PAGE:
Meantime, in London, before adjourning for the holidays, the Indian Round Table Conference decided “in principle” that the upper and lower houses of the new Indian Legislature which they are trying to create, shall be called the “Senate” and the “House of Representatives.”
The Irishmen, asked independence but were content with the “Irish Free State,” which has a “President” and a “Senate.” If Indians would be content with so little, it is still not likely that Britons would grant it. Up to last week the Round Table Conference had not touched the red-hot question of India’s status.
The Conference had touched, and showed signs of splitting on the question of Hindu-Moslem representation in the new legislature.
India’s 70,000,000 Moslems are “the largest minority in the world.”
When the Aga Khan, No. I Indian Moslem, left London for Paris (he has a home in Paris) last week, it was rumored and denied that he was not gone “for the holidays” but to India for momentous consultations.
Stock reasons why Britain must hold India: 1) “she cannot relinquish her trust”; 2) deprived of the Pax Britannica, India would be torn with Hindu-Moslem civil war; 3) “Britain is the only sure defense of the Untouchables,” some 45,000,000 souls; 4) politically Indians are too “childish” to rule themselves.
In India Last Week:
— The Viceroy re-imposed his decree gagging the Indian press which he lifted when criticism became keen.
— A newspaper straw vote among the occidental community in Bombay brought 1,000 ballots, 830 of them for granting India “dominion status.”
— The Indian National Congress maintained its grip on the entire native market for foreign cloth in Bombay (several hundred shops), which has been closed for six months. Nevertheless Bombay (chief commercial city) and Bombay Presidency are not India, and imports to the entire continent fell only 25% during the first eight months of 1930.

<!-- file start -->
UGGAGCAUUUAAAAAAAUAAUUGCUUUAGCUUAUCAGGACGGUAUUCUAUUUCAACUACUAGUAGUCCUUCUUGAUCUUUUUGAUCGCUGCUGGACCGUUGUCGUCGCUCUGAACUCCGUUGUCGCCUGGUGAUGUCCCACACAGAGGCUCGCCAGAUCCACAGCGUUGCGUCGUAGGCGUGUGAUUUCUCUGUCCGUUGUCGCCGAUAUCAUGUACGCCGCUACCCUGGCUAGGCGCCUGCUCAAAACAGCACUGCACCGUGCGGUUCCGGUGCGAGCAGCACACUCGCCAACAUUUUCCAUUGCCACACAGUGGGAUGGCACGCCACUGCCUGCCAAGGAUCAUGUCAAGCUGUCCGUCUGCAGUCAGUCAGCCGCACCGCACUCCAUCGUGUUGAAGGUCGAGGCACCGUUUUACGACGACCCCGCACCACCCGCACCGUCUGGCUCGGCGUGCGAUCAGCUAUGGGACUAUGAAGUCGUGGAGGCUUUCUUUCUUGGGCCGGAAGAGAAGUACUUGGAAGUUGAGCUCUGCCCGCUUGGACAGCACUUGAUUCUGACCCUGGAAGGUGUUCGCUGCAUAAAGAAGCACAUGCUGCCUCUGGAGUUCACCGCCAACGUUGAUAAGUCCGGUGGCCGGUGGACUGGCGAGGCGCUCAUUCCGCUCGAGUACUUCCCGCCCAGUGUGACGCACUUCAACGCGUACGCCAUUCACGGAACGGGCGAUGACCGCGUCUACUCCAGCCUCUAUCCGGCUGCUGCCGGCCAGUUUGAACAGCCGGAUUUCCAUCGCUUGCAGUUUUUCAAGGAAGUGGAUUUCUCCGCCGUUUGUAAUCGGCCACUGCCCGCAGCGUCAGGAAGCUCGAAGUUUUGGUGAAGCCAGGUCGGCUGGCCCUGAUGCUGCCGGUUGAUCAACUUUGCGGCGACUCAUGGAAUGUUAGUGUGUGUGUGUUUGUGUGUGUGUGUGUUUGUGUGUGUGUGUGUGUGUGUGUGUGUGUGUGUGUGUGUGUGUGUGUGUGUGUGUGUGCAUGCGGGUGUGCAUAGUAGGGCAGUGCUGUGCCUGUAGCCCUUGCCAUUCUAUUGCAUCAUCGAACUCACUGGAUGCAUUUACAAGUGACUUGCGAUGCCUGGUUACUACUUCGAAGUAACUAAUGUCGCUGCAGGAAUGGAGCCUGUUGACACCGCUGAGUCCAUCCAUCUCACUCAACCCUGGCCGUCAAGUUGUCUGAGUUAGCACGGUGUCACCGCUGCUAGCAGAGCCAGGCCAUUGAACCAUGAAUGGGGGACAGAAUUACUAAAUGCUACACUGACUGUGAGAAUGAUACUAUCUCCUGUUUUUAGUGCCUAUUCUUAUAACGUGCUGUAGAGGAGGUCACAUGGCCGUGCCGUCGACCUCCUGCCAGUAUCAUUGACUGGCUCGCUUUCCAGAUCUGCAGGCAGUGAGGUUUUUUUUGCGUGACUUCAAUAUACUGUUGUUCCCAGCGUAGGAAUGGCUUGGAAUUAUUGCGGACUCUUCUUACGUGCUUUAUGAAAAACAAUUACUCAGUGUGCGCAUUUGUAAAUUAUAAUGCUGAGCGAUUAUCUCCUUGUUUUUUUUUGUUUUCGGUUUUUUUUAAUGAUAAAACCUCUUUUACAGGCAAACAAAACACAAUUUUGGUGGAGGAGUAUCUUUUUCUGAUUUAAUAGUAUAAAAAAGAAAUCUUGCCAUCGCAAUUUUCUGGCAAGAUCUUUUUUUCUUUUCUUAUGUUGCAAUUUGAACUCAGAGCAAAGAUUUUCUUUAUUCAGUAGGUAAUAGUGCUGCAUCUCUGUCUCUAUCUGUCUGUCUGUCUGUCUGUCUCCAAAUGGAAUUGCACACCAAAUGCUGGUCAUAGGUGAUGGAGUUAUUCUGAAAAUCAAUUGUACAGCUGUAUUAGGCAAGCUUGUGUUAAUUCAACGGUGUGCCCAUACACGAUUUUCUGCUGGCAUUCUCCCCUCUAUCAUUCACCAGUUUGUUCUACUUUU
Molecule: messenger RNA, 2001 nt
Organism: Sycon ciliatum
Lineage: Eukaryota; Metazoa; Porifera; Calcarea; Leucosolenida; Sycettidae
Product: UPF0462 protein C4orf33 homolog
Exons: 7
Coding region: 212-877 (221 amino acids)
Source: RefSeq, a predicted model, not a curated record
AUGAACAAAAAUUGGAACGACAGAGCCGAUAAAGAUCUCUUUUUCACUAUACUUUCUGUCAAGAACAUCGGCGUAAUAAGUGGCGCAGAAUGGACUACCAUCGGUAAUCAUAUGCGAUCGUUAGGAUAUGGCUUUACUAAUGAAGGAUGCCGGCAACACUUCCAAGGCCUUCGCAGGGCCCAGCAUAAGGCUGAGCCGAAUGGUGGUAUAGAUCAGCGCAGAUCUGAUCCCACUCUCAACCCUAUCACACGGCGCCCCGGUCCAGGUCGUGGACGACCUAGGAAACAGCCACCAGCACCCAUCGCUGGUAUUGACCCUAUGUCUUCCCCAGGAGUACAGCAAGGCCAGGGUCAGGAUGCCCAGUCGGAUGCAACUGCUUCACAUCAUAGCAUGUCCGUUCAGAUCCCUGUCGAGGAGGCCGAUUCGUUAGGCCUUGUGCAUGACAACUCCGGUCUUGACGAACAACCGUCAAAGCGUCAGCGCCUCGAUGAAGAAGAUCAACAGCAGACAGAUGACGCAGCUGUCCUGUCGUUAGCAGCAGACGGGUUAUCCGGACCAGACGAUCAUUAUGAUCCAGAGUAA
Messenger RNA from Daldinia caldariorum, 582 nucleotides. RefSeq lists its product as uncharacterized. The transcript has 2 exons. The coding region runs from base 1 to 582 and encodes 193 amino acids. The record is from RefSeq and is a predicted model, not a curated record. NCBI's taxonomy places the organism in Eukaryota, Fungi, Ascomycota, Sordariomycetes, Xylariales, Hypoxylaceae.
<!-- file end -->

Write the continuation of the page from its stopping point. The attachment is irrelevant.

Mr. Gandhi’s boycott is credited with reducing imports (i.e., sales by Britain) 5%, the rest of the decline, 20%, being charged to “Depression.”
— Strikes and mass demonstrations have decreased in frequency throughout India, but in the punjab (north) and Calcutta (east), the districts furthest from Gandhiland proper (the Bombay Presidency), the Government faces much spontaneous violence: assaults, attempted assassinations, assassinations of British officials, particularly the military. The British Inspector General of Prisons in Bengal (east) was recently assassinated.
— In Burma Province a force of 1,000 well-armed native rebels swept through the villages of southeast Tharrawaddy, murdered British Forest Ranger H.V.W. Fields Clarke. British and Indian troops including the famed East Kent Buffs, scourge of many an Indian uprising, moved against them.
In London Mr. U BaPe, Burmese representative at the Round Table Conference, sought to exonerate his countrymen on the ground that dispatches said the rioters wore “only blue pajama bottoms.” “That dress is not Burmese,” said he severely. “It approaches more nearly the Shan dress.
— Correspondents nearly all believe that if the British Parliament (on a recommendation from the Round Table) grants India full “dominion status,” the Gandhite Independence Movement can be diverted into that channel.
If, however, the name only of “dominion status” is granted (with its implicit “right of secession” temporarily reserved), there is about an even chance that the Indian National Congress can be horn-swoggled into quiescence.
If, finally, the Round Table breaks down, enough spontaneous violence is expected to give His Majesty’s Government enough provocation to use at strategic points the weapon of massacre, so effective when Brigadier-General Dyer sprayed with machine gun bullets and killed some 400 Indians at Amritsar in 1919.
General Dyer received the censure of the House of Commons by a vote of 230 to 129, was endorsed by the House of Lords 129 to 86, and finally accepted from the Morning Post a large sum of money spontaneously made up by individual Britons.
(I found this article on Time’s almanac – I am just reproducing it here for the benefit of readers interested in India’s modern history and to those particularly interested in the role played by M.K.Gandhi in India’s freedom struggle)